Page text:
(i) Neighborhood economic development and commercial revitalization strategies. The Corporation's neighborhood economic development and commercial revitalization strategies offer NHSs a variety of tools designed to stabilize and enhance the economic base of NHS neighborhoods. They complement NHSs' revitalization mission by focusing the energies and resources of the partnership on the economic issues underlying neighborhood decline. Neighborhood economic development and commercial revitalization assures a viable neighborhood economy by strengthening small businesses and improving the physical environment of the area, thus providing additional goods, services, and employment opportunities for the community.
(ii) Housing Development Strategies. The Corporation's Housing Development Strategies program addresses the shortage of affordable, quality housing available to low to moderate income families in NHS neighborhoods, as well as the blighting effect of vacant lots and substandard properties. Home ownership opportunities are created through the planning and implementation of a variety of housing mechanisms by the NHS, which are intended to reverse negative real estate market trends, enhance new residential growth, and create renewed neighborhood pride. The mechanisms being used to achieve these goals include the following.
(A) The Owner Built Housing program is a supervised housing construction process that helps moderate-income homeowners to collectively build their own homes. The NHS provides technical assistance while private lenders and public bodies providing financing.
(B) The Owner Rehab Housing program assists low to moderate income families in collectively rehabilitating existing blighted and vacant structures.
(C) The Infill Housing program provides a mechanism for assisting NHSs in building new units on vacant land to meet the needs of prospective lower income homeowners.
(D) The Urban Subdivisions program focuses on providing low cost, new housing for low-to-moderate income families on tracts of land suitable for the construction of 20 or more units.
(iii) Problem properties strategies. This program assists NHSs in addressing specific problem areas beyond the scope of basic NHS services and typical financial resources. Through the implementation of various problem properties strategies, NHS programs are able to assist tenants to purchase, improve the physical condition of target blocks, eliminate vacant neighborhood eyesores, develop housing and service facilities for special populations, and stimulate private reinvestment and new conventional mortgages in the NHS community.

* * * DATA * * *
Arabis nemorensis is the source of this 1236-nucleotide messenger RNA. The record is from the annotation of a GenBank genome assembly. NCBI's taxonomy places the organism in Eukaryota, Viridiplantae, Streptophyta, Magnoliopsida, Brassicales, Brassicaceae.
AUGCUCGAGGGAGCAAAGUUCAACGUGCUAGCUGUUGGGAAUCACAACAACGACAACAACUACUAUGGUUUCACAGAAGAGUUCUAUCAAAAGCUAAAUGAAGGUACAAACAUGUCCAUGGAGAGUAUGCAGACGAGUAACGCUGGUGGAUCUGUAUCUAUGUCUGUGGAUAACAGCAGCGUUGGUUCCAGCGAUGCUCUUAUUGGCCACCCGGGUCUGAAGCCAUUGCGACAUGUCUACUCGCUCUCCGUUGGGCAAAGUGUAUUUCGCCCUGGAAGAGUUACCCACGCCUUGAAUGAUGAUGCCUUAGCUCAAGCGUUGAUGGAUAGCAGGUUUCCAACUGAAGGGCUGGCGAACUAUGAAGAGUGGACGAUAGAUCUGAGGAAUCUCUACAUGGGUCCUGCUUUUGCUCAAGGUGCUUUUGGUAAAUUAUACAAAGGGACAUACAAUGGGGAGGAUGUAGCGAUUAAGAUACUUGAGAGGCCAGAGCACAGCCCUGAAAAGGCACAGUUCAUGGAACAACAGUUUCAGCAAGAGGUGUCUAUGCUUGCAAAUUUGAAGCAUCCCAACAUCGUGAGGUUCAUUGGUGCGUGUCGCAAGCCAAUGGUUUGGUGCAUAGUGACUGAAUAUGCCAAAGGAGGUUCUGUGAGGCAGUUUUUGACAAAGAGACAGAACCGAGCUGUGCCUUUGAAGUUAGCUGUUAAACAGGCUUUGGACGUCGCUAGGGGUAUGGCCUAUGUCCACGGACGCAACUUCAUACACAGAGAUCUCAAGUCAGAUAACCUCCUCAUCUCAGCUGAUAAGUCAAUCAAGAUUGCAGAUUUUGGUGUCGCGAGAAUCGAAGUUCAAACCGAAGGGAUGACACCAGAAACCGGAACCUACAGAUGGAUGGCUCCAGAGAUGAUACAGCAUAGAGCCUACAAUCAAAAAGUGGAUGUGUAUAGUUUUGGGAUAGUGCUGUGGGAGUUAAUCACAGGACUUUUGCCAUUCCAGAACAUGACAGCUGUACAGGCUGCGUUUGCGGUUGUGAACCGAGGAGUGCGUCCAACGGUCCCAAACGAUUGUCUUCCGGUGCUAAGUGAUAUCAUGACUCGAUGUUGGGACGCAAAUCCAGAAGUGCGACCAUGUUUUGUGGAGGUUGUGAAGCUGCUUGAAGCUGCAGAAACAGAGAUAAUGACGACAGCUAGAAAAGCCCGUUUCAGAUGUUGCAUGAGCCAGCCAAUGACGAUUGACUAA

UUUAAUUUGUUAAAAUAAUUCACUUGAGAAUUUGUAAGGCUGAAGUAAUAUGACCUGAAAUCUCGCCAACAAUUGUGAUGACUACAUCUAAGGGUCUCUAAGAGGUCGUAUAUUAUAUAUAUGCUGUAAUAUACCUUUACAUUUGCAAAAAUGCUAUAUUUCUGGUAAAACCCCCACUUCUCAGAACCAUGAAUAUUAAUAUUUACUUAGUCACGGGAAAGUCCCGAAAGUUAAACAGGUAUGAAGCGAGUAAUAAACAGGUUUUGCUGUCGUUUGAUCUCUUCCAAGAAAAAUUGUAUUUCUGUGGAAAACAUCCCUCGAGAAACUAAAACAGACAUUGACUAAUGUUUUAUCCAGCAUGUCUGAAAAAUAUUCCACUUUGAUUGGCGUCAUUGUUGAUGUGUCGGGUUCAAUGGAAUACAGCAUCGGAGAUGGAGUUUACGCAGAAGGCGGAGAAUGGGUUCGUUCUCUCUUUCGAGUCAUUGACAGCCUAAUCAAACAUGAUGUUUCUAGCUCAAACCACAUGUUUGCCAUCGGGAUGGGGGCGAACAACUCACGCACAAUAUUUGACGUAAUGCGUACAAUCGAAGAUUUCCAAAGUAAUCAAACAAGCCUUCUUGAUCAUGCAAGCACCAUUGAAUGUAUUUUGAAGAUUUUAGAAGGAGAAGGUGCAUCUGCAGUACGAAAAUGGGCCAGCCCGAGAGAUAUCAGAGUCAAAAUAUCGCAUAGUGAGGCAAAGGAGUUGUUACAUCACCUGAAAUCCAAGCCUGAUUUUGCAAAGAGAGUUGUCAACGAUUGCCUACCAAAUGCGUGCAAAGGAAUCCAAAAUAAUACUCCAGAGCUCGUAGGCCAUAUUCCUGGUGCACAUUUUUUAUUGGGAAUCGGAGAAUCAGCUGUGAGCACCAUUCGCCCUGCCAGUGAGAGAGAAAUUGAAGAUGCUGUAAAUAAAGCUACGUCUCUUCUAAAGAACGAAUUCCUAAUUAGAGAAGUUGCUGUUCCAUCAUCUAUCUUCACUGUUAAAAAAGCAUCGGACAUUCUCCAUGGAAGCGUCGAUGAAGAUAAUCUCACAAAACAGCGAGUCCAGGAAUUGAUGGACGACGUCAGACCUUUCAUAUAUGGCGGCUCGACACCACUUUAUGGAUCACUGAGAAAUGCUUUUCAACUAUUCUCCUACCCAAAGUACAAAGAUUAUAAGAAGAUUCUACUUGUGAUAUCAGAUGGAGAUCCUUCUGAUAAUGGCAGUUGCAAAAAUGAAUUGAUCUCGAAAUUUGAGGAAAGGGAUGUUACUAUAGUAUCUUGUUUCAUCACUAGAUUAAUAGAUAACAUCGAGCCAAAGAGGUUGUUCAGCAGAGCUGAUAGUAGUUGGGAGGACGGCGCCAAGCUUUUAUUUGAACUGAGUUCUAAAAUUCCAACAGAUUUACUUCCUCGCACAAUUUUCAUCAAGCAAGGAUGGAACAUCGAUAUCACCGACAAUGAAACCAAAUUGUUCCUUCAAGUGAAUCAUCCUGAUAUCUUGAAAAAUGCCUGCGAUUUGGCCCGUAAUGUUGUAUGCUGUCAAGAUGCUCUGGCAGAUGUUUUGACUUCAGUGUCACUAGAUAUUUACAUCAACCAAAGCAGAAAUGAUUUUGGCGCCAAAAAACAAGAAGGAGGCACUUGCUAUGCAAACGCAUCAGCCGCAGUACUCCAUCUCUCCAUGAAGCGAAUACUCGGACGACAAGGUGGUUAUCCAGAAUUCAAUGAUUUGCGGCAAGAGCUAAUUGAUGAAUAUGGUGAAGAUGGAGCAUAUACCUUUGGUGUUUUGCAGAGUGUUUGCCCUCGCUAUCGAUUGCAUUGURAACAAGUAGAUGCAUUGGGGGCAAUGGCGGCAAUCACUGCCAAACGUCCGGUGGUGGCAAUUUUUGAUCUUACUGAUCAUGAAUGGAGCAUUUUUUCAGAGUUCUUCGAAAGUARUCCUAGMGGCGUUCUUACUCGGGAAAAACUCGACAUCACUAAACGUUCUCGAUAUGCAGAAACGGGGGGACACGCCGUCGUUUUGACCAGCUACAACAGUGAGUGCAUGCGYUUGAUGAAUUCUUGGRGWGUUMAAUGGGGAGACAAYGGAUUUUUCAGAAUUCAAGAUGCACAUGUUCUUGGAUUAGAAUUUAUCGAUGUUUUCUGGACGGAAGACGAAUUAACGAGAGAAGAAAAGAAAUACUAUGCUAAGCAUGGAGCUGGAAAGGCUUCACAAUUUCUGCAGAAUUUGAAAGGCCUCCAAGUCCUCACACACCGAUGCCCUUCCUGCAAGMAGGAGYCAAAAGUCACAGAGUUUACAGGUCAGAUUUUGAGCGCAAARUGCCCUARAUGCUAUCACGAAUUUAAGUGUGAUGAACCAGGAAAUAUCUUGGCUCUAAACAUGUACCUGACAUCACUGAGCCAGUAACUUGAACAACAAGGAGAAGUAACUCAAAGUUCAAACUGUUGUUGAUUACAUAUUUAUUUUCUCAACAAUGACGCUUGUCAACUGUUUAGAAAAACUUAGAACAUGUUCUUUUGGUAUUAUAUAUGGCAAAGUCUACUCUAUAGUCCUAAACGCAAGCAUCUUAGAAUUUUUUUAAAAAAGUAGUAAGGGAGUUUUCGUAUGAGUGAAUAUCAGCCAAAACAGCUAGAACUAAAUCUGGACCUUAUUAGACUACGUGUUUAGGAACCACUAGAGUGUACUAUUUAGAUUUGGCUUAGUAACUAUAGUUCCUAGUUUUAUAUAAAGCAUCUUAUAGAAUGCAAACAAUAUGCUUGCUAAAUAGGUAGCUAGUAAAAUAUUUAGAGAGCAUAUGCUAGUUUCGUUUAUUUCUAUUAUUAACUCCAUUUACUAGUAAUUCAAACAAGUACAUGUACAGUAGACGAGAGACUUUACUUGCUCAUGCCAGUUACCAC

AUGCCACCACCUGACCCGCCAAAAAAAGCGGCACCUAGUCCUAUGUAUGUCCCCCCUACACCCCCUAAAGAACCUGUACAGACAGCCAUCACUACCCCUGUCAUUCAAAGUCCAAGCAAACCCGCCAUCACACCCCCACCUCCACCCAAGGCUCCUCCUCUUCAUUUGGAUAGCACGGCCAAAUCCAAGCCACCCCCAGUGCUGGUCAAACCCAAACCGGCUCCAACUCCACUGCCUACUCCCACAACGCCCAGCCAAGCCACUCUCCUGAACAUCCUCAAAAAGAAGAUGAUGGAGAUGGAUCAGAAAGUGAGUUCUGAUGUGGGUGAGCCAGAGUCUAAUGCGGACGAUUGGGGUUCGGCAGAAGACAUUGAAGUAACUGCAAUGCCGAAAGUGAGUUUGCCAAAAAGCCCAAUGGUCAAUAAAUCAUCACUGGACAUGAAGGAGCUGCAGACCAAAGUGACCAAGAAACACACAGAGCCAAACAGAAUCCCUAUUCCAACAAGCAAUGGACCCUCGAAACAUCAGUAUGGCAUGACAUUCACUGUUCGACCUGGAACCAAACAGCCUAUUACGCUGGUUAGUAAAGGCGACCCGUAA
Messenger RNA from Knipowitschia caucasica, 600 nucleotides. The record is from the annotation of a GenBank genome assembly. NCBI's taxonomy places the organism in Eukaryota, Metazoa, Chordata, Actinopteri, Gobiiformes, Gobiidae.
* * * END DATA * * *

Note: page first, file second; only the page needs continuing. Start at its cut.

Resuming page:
(5) Apartment Improvement Program. The goal of the Apartment Improvement Program is to provide an effective, economical means of revitalizing and preserving neighborhoods with multi-family housing for the benefit of the current residents. The program is based upon a partnership of tenants and community representatives, property owners and managers, financial institutions and local government. The program assists in the development of an individually tailored improvement plan of activities from which each building may benefit, including tenant participation, tax assessment reviews, and increased investment or restructured mortgages to improve the economic viability of the buildings and to finance improvements.
(6) Neighborhood Housing Services of America. The Corporation also supports Neighborhood Housing Services of America (NHSA), an independent, private, non-profit corporation which provides a variety of services to local NHS programs, including a secondary market for NHS revolving loan fund loans, and the strengthening of private sector resources available to the network of local NHSs.
[49 FR 12700, Mar. 30, 1984, as amended at 54 FR 13061, Mar. 30, 1989]
Title 24 published on 2013-04-01
no entries appear in the Federal Register after this date.